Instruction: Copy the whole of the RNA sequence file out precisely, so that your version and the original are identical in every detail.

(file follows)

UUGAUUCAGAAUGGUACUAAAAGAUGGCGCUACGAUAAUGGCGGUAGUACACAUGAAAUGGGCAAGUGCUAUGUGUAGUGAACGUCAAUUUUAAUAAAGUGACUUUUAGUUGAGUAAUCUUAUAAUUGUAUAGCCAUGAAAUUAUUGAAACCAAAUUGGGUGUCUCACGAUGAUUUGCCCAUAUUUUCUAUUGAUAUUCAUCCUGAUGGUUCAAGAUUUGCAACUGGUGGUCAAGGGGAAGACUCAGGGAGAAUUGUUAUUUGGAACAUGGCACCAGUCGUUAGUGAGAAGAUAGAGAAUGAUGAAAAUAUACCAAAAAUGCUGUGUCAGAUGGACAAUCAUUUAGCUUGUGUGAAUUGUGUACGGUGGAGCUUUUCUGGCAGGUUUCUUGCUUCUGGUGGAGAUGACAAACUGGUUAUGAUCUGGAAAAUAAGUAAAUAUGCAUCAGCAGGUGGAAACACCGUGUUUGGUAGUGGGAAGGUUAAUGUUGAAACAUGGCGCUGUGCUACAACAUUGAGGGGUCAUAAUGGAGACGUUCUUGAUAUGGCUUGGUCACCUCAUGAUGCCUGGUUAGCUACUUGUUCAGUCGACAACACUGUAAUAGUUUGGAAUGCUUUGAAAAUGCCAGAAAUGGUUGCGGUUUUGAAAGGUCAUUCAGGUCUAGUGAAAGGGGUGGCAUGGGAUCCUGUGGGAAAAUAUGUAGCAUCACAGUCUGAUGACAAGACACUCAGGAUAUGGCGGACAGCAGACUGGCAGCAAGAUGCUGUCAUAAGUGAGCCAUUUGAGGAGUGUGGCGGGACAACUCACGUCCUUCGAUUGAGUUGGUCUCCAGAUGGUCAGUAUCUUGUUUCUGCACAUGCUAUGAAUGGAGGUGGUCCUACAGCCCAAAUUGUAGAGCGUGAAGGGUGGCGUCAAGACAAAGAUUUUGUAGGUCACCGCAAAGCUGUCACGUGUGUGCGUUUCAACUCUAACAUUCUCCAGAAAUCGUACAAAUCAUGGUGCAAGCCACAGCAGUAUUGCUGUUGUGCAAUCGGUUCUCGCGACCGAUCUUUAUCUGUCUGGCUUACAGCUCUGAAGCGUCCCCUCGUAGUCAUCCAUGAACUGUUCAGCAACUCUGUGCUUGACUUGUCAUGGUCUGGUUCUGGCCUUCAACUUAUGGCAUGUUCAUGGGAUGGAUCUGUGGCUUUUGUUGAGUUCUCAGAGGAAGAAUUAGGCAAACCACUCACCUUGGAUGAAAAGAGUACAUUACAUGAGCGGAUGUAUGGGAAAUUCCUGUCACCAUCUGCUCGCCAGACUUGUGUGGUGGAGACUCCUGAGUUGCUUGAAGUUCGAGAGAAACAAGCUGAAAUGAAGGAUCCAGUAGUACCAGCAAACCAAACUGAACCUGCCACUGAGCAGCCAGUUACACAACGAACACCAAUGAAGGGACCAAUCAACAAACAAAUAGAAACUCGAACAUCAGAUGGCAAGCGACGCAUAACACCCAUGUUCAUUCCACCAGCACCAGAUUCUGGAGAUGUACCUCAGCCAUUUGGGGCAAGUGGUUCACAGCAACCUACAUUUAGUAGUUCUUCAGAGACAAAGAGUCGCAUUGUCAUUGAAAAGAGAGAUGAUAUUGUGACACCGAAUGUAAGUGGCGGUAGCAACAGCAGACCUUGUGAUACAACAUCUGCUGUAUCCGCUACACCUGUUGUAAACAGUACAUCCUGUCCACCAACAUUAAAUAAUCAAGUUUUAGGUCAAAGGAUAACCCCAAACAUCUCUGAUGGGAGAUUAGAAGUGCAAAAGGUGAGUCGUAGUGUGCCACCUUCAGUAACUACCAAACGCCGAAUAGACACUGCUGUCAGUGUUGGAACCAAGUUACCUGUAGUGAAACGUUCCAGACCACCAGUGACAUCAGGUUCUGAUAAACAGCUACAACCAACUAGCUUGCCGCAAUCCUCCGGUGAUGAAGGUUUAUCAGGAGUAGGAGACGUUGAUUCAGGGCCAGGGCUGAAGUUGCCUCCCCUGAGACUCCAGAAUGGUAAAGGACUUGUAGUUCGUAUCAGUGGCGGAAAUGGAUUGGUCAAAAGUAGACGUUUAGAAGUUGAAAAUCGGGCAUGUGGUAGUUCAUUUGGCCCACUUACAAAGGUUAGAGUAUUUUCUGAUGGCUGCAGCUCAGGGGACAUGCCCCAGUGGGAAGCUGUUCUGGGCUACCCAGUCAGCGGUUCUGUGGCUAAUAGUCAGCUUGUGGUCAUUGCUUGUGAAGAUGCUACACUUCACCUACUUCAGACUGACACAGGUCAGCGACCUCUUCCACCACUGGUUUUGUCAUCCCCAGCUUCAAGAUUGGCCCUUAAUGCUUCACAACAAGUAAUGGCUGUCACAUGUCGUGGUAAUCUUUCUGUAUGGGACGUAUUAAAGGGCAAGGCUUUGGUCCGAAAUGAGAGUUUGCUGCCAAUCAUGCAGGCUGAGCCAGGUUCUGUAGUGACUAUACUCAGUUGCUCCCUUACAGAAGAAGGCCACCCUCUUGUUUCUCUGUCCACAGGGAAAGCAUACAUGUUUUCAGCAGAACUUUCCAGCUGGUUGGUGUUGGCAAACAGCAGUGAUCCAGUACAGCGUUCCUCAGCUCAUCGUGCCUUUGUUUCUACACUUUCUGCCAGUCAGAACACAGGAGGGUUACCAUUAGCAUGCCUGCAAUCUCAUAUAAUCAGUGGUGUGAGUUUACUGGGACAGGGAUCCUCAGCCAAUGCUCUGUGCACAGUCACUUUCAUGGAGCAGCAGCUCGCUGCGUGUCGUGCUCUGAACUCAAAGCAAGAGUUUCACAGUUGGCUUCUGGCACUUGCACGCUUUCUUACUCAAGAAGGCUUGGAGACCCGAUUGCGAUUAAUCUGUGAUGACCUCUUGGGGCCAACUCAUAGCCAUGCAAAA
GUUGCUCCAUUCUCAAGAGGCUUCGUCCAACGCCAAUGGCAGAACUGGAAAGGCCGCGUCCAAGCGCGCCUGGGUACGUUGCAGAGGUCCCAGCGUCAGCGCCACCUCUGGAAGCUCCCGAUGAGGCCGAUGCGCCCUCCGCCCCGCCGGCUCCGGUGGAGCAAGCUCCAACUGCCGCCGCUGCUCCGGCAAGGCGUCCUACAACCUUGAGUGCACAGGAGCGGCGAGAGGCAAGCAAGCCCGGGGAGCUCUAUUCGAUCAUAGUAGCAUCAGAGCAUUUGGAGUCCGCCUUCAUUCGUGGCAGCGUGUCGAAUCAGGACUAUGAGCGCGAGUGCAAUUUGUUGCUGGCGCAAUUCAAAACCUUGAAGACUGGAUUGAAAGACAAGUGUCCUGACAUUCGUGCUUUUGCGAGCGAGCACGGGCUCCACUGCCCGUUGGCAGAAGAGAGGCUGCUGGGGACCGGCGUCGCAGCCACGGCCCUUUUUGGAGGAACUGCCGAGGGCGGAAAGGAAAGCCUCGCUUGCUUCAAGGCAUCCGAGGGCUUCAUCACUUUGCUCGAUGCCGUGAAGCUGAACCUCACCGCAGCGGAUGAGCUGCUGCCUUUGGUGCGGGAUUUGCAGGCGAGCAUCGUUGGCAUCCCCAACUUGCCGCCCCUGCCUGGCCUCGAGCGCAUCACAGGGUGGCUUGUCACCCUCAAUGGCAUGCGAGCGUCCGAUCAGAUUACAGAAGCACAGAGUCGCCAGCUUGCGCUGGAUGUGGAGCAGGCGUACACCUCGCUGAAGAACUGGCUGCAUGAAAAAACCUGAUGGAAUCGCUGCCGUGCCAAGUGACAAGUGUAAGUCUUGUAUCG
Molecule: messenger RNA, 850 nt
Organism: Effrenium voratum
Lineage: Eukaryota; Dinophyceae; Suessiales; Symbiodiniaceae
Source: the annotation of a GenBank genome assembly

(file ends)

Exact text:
UUGAUUCAGAAUGGUACUAAAAGAUGGCGCUACGAUAAUGGCGGUAGUACACAUGAAAUGGGCAAGUGCUAUGUGUAGUGAACGUCAAUUUUAAUAAAGUGACUUUUAGUUGAGUAAUCUUAUAAUUGUAUAGCCAUGAAAUUAUUGAAACCAAAUUGGGUGUCUCACGAUGAUUUGCCCAUAUUUUCUAUUGAUAUUCAUCCUGAUGGUUCAAGAUUUGCAACUGGUGGUCAAGGGGAAGACUCAGGGAGAAUUGUUAUUUGGAACAUGGCACCAGUCGUUAGUGAGAAGAUAGAGAAUGAUGAAAAUAUACCAAAAAUGCUGUGUCAGAUGGACAAUCAUUUAGCUUGUGUGAAUUGUGUACGGUGGAGCUUUUCUGGCAGGUUUCUUGCUUCUGGUGGAGAUGACAAACUGGUUAUGAUCUGGAAAAUAAGUAAAUAUGCAUCAGCAGGUGGAAACACCGUGUUUGGUAGUGGGAAGGUUAAUGUUGAAACAUGGCGCUGUGCUACAACAUUGAGGGGUCAUAAUGGAGACGUUCUUGAUAUGGCUUGGUCACCUCAUGAUGCCUGGUUAGCUACUUGUUCAGUCGACAACACUGUAAUAGUUUGGAAUGCUUUGAAAAUGCCAGAAAUGGUUGCGGUUUUGAAAGGUCAUUCAGGUCUAGUGAAAGGGGUGGCAUGGGAUCCUGUGGGAAAAUAUGUAGCAUCACAGUCUGAUGACAAGACACUCAGGAUAUGGCGGACAGCAGACUGGCAGCAAGAUGCUGUCAUAAGUGAGCCAUUUGAGGAGUGUGGCGGGACAACUCACGUCCUUCGAUUGAGUUGGUCUCCAGAUGGUCAGUAUCUUGUUUCUGCACAUGCUAUGAAUGGAGGUGGUCCUACAGCCCAAAUUGUAGAGCGUGAAGGGUGGCGUCAAGACAAAGAUUUUGUAGGUCACCGCAAAGCUGUCACGUGUGUGCGUUUCAACUCUAACAUUCUCCAGAAAUCGUACAAAUCAUGGUGCAAGCCACAGCAGUAUUGCUGUUGUGCAAUCGGUUCUCGCGACCGAUCUUUAUCUGUCUGGCUUACAGCUCUGAAGCGUCCCCUCGUAGUCAUCCAUGAACUGUUCAGCAACUCUGUGCUUGACUUGUCAUGGUCUGGUUCUGGCCUUCAACUUAUGGCAUGUUCAUGGGAUGGAUCUGUGGCUUUUGUUGAGUUCUCAGAGGAAGAAUUAGGCAAACCACUCACCUUGGAUGAAAAGAGUACAUUACAUGAGCGGAUGUAUGGGAAAUUCCUGUCACCAUCUGCUCGCCAGACUUGUGUGGUGGAGACUCCUGAGUUGCUUGAAGUUCGAGAGAAACAAGCUGAAAUGAAGGAUCCAGUAGUACCAGCAAACCAAACUGAACCUGCCACUGAGCAGCCAGUUACACAACGAACACCAAUGAAGGGACCAAUCAACAAACAAAUAGAAACUCGAACAUCAGAUGGCAAGCGACGCAUAACACCCAUGUUCAUUCCACCAGCACCAGAUUCUGGAGAUGUACCUCAGCCAUUUGGGGCAAGUGGUUCACAGCAACCUACAUUUAGUAGUUCUUCAGAGACAAAGAGUCGCAUUGUCAUUGAAAAGAGAGAUGAUAUUGUGACACCGAAUGUAAGUGGCGGUAGCAACAGCAGACCUUGUGAUACAACAUCUGCUGUAUCCGCUACACCUGUUGUAAACAGUACAUCCUGUCCACCAACAUUAAAUAAUCAAGUUUUAGGUCAAAGGAUAACCCCAAACAUCUCUGAUGGGAGAUUAGAAGUGCAAAAGGUGAGUCGUAGUGUGCCACCUUCAGUAACUACCAAACGCCGAAUAGACACUGCUGUCAGUGUUGGAACCAAGUUACCUGUAGUGAAACGUUCCAGACCACCAGUGACAUCAGGUUCUGAUAAACAGCUACAACCAACUAGCUUGCCGCAAUCCUCCGGUGAUGAAGGUUUAUCAGGAGUAGGAGACGUUGAUUCAGGGCCAGGGCUGAAGUUGCCUCCCCUGAGACUCCAGAAUGGUAAAGGACUUGUAGUUCGUAUCAGUGGCGGAAAUGGAUUGGUCAAAAGUAGACGUUUAGAAGUUGAAAAUCGGGCAUGUGGUAGUUCAUUUGGCCCACUUACAAAGGUUAGAGUAUUUUCUGAUGGCUGCAGCUCAGGGGACAUGCCCCAGUGGGAAGCUGUUCUGGGCUACCCAGUCAGCGGUUCUGUGGCUAAUAGUCAGCUUGUGGUCAUUGCUUGUGAAGAUGCUACACUUCACCUACUUCAGACUGACACAGGUCAGCGACCUCUUCCACCACUGGUUUUGUCAUCCCCAGCUUCAAGAUUGGCCCUUAAUGCUUCACAACAAGUAAUGGCUGUCACAUGUCGUGGUAAUCUUUCUGUAUGGGACGUAUUAAAGGGCAAGGCUUUGGUCCGAAAUGAGAGUUUGCUGCCAAUCAUGCAGGCUGAGCCAGGUUCUGUAGUGACUAUACUCAGUUGCUCCCUUACAGAAGAAGGCCACCCUCUUGUUUCUCUGUCCACAGGGAAAGCAUACAUGUUUUCAGCAGAACUUUCCAGCUGGUUGGUGUUGGCAAACAGCAGUGAUCCAGUACAGCGUUCCUCAGCUCAUCGUGCCUUUGUUUCUACACUUUCUGCCAGUCAGAACACAGGAGGGUUACCAUUAGCAUGCCUGCAAUCUCAUAUAAUCAGUGGUGUGAGUUUACUGGGACAGGGAUCCUCAGCCAAUGCUCUGUGCACAGUCACUUUCAUGGAGCAGCAGCUCGCUGCGUGUCGUGCUCUGAACUCAAAGCAAGAGUUUCACAGUUGGCUUCUGGCACUUGCACGCUUUCUUACUCAAGAAGGCUUGGAGACCCGAUUGCGAUUAAUCUGUGAUGACCUCUUGGGGCCAACUCAUAGCCAUGCAAAA
GUUGCUCCAUUCUCAAGAGGCUUCGUCCAACGCCAAUGGCAGAACUGGAAAGGCCGCGUCCAAGCGCGCCUGGGUACGUUGCAGAGGUCCCAGCGUCAGCGCCACCUCUGGAAGCUCCCGAUGAGGCCGAUGCGCCCUCCGCCCCGCCGGCUCCGGUGGAGCAAGCUCCAACUGCCGCCGCUGCUCCGGCAAGGCGUCCUACAACCUUGAGUGCACAGGAGCGGCGAGAGGCAAGCAAGCCCGGGGAGCUCUAUUCGAUCAUAGUAGCAUCAGAGCAUUUGGAGUCCGCCUUCAUUCGUGGCAGCGUGUCGAAUCAGGACUAUGAGCGCGAGUGCAAUUUGUUGCUGGCGCAAUUCAAAACCUUGAAGACUGGAUUGAAAGACAAGUGUCCUGACAUUCGUGCUUUUGCGAGCGAGCACGGGCUCCACUGCCCGUUGGCAGAAGAGAGGCUGCUGGGGACCGGCGUCGCAGCCACGGCCCUUUUUGGAGGAACUGCCGAGGGCGGAAAGGAAAGCCUCGCUUGCUUCAAGGCAUCCGAGGGCUUCAUCACUUUGCUCGAUGCCGUGAAGCUGAACCUCACCGCAGCGGAUGAGCUGCUGCCUUUGGUGCGGGAUUUGCAGGCGAGCAUCGUUGGCAUCCCCAACUUGCCGCCCCUGCCUGGCCUCGAGCGCAUCACAGGGUGGCUUGUCACCCUCAAUGGCAUGCGAGCGUCCGAUCAGAUUACAGAAGCACAGAGUCGCCAGCUUGCGCUGGAUGUGGAGCAGGCGUACACCUCGCUGAAGAACUGGCUGCAUGAAAAAACCUGAUGGAAUCGCUGCCGUGCCAAGUGACAAGUGUAAGUCUUGUAUCG
Molecule: messenger RNA, 850 nt
Organism: Effrenium voratum
Lineage: Eukaryota; Dinophyceae; Suessiales; Symbiodiniaceae
Source: the annotation of a GenBank genome assembly